So clearly this idea, or at least that we've seen over these last 40 years in the modern era, that gold acts as perfect money is not what is happening at all.
Now many people might say that there's an explanation for that. The higher the rate of inflation, the more people who want gold and the better gold prices are going to do. So let's take a quick look at that belief system.
If we look at the average price of gold over the period from 1977 to 2016 - it was $577. If we look at the average rate of inflation - it was 3.70%.
So let's put both inflation and gold in percentage terms, and look at how different they are from average over this time period. By moving from the CPI to annual rates of inflation it becomes much easier to separate periods of high inflation from low inflation.
Well, the theory that high rates of inflation create particularly high gold prices works really well in the late 1970s. There's this enormously high rate of inflation (compared to the average over the last 40 years) and gold is indeed spiking upwards.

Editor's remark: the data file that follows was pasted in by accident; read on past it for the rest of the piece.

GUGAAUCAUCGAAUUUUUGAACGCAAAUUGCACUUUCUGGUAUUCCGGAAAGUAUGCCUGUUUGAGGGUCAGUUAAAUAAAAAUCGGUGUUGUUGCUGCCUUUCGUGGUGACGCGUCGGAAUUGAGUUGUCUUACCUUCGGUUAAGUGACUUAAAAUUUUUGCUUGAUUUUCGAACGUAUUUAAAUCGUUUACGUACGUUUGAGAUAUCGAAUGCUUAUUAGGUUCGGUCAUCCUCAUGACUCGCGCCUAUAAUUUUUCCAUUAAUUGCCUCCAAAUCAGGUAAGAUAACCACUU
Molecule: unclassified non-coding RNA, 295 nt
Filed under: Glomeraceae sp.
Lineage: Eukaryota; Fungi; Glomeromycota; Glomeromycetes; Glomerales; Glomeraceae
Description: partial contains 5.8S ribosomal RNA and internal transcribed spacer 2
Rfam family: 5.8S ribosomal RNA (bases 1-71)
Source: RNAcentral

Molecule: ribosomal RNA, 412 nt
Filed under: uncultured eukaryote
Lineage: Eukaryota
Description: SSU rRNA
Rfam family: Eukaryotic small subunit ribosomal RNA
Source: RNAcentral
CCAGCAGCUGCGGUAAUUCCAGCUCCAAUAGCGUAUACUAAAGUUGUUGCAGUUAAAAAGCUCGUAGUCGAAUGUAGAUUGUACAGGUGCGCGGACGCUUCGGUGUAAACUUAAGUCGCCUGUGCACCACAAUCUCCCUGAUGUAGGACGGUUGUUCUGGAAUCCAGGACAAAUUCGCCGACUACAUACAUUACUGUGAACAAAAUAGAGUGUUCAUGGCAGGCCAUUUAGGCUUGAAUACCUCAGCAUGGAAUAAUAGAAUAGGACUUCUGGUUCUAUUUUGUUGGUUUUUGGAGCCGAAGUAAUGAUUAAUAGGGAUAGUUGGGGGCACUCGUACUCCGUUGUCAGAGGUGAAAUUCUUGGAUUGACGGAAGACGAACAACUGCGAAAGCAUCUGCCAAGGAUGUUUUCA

Then as the rate of inflation comes down in the early 1980s, the price of gold is also coming down. OK, that make sense.
But there is an issue when we look anywhere from the mid 1980s to the early 2000s. The purple line of annual rates of inflation is on the high side, with multiple spikes upwards. So, we should be seeing particularly high gold prices, with corresponding spikes upwards. But that just isn't visible with the yellow line of gold prices, they are below average and seem unresponsive to even the large inflationary spikes around 1990 and 2000.
From 2002 to 2006, gold prices start to "behave" again, and act the way they are supposed to if we are seeking evidence to back up the belief that rising rates of inflation are what create particularly high gold prices and the 27% lack of correlation. The purple and yellow lines are very nicely rising in synch.
Then we have this just total divergence beginning in 2007, where inflation seems to "falter", while gold prices soar upwards. We hit the financial crisis of 2008, and in 2009 - gold and inflation do the direct opposite of what they are "supposed" to do. The rate of inflation plunges even while gold soars upward.